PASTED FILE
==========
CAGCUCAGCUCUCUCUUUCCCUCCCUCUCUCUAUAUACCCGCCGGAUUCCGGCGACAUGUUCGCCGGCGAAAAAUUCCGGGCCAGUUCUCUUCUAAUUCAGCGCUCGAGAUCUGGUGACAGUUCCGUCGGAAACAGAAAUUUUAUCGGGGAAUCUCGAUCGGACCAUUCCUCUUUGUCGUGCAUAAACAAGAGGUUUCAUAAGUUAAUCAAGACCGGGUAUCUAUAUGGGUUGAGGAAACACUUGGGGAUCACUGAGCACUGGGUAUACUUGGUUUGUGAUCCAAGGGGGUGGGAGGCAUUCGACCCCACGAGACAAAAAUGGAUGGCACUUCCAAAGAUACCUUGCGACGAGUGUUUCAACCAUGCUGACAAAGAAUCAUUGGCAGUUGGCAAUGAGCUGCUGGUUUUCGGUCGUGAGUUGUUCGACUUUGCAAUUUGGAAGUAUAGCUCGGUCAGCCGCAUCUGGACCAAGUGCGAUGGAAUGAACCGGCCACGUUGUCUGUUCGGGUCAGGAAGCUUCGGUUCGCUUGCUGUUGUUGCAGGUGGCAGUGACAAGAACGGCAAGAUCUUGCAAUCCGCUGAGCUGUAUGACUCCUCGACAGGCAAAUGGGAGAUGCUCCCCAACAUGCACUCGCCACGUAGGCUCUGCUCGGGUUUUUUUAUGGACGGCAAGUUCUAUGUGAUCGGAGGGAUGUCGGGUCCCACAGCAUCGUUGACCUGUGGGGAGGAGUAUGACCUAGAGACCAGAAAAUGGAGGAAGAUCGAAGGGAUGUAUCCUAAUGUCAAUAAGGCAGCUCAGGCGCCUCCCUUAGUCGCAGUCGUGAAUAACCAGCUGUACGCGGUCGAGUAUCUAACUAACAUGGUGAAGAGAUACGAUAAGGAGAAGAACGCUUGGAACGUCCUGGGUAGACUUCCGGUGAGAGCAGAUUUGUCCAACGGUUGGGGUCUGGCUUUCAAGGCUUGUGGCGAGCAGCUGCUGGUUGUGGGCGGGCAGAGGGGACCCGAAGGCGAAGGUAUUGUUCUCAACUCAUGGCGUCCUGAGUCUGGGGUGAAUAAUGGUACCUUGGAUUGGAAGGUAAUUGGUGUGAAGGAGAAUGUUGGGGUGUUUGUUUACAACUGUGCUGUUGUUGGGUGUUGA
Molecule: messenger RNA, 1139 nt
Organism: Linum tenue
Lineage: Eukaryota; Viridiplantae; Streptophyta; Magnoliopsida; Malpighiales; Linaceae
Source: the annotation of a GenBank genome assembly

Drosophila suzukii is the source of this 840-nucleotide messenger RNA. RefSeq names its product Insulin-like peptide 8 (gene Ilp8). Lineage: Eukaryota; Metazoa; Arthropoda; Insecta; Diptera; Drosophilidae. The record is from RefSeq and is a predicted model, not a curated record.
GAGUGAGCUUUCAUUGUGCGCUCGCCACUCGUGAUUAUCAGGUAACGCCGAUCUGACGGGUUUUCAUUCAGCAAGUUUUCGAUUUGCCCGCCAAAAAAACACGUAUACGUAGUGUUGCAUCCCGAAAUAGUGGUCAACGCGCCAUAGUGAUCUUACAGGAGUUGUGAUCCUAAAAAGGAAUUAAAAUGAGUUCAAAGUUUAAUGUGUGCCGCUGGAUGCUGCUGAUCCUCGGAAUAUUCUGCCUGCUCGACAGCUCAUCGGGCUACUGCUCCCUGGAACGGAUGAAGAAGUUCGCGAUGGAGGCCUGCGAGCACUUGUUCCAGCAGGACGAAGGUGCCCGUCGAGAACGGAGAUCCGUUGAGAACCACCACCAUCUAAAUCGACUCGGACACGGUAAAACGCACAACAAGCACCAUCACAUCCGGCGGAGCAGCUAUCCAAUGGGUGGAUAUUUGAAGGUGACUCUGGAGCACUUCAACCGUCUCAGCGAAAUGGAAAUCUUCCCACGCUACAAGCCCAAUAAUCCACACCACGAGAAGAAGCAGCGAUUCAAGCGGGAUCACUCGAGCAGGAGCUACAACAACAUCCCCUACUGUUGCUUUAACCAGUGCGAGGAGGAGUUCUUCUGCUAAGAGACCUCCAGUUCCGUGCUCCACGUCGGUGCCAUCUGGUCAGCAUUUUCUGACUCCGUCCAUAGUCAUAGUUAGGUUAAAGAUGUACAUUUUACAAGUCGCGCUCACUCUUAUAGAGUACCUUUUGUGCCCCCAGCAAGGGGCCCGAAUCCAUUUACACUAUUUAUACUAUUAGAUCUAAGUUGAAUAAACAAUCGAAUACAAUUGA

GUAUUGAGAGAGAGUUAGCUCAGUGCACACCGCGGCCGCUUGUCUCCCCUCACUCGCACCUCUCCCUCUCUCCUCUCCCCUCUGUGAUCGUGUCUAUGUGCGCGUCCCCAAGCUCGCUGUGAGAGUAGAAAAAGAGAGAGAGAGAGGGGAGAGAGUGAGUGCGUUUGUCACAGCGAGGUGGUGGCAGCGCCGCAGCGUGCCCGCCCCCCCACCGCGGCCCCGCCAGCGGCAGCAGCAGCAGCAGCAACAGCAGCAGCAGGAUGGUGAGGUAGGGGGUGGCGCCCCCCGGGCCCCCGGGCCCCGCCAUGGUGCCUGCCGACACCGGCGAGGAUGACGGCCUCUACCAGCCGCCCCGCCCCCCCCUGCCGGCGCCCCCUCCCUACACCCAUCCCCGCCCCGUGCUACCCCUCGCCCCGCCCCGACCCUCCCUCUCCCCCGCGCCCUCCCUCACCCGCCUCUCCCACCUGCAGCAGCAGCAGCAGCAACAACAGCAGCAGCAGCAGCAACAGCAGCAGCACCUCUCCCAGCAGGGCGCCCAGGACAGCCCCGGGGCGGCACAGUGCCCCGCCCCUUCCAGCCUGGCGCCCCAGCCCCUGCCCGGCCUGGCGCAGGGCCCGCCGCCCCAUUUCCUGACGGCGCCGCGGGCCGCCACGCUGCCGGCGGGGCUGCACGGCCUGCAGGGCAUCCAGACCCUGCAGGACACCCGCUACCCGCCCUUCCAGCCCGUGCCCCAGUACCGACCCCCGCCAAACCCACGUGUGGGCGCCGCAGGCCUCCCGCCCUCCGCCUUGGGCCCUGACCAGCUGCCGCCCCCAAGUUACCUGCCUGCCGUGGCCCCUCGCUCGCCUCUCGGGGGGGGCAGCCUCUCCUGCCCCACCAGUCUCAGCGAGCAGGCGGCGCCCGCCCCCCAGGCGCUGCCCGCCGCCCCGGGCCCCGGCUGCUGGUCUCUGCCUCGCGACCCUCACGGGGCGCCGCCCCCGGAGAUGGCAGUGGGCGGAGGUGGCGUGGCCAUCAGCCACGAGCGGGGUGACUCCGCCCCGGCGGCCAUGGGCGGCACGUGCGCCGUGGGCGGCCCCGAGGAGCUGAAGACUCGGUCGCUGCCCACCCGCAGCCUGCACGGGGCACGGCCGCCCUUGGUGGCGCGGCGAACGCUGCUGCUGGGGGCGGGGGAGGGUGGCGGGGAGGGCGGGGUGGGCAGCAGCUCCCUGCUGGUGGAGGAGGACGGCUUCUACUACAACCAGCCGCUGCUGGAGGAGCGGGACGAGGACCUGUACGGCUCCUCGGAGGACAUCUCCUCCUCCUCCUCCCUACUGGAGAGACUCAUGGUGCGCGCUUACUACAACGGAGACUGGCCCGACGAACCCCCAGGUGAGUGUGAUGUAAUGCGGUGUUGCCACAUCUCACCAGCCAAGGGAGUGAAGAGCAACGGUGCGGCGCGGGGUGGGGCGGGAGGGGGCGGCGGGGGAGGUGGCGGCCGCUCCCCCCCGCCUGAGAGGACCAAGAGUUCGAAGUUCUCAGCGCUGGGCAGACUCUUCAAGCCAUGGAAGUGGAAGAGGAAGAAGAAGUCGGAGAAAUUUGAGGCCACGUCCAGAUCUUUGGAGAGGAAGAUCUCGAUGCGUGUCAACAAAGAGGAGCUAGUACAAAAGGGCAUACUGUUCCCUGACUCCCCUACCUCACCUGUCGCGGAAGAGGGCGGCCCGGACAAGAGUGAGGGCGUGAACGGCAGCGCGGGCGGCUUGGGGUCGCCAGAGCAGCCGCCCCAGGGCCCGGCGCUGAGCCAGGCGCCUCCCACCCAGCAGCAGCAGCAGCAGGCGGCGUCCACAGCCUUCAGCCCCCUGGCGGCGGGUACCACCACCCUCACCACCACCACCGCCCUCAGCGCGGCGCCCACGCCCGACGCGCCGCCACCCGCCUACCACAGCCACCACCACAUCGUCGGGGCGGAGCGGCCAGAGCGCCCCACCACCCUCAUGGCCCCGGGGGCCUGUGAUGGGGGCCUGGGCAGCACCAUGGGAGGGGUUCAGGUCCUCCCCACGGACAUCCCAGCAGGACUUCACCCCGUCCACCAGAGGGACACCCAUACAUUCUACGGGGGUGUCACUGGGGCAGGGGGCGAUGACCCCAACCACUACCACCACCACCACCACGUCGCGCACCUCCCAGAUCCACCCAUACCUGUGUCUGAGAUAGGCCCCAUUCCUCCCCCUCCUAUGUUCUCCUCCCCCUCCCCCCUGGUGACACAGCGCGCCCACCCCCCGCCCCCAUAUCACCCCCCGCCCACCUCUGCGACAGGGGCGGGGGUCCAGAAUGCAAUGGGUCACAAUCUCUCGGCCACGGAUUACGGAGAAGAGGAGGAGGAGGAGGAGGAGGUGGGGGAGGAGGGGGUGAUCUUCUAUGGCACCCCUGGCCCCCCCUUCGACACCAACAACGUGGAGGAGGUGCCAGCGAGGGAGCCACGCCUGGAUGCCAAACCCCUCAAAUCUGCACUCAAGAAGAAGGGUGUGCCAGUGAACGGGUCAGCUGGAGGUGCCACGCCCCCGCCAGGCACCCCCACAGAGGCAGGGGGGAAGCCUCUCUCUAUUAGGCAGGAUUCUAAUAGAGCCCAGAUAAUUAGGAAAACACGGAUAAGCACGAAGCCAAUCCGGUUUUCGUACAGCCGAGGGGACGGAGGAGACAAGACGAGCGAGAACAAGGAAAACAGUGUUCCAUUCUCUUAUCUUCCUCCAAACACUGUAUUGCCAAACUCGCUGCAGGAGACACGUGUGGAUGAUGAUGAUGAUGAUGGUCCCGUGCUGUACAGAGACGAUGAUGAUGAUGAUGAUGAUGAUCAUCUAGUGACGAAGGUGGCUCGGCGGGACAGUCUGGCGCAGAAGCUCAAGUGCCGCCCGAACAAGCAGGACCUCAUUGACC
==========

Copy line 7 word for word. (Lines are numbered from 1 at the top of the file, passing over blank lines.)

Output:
GAGUGAGCUUUCAUUGUGCGCUCGCCACUCGUGAUUAUCAGGUAACGCCGAUCUGACGGGUUUUCAUUCAGCAAGUUUUCGAUUUGCCCGCCAAAAAAACACGUAUACGUAGUGUUGCAUCCCGAAAUAGUGGUCAACGCGCCAUAGUGAUCUUACAGGAGUUGUGAUCCUAAAAAGGAAUUAAAAUGAGUUCAAAGUUUAAUGUGUGCCGCUGGAUGCUGCUGAUCCUCGGAAUAUUCUGCCUGCUCGACAGCUCAUCGGGCUACUGCUCCCUGGAACGGAUGAAGAAGUUCGCGAUGGAGGCCUGCGAGCACUUGUUCCAGCAGGACGAAGGUGCCCGUCGAGAACGGAGAUCCGUUGAGAACCACCACCAUCUAAAUCGACUCGGACACGGUAAAACGCACAACAAGCACCAUCACAUCCGGCGGAGCAGCUAUCCAAUGGGUGGAUAUUUGAAGGUGACUCUGGAGCACUUCAACCGUCUCAGCGAAAUGGAAAUCUUCCCACGCUACAAGCCCAAUAAUCCACACCACGAGAAGAAGCAGCGAUUCAAGCGGGAUCACUCGAGCAGGAGCUACAACAACAUCCCCUACUGUUGCUUUAACCAGUGCGAGGAGGAGUUCUUCUGCUAAGAGACCUCCAGUUCCGUGCUCCACGUCGGUGCCAUCUGGUCAGCAUUUUCUGACUCCGUCCAUAGUCAUAGUUAGGUUAAAGAUGUACAUUUUACAAGUCGCGCUCACUCUUAUAGAGUACCUUUUGUGCCCCCAGCAAGGGGCCCGAAUCCAUUUACACUAUUUAUACUAUUAGAUCUAAGUUGAAUAAACAAUCGAAUACAAUUGA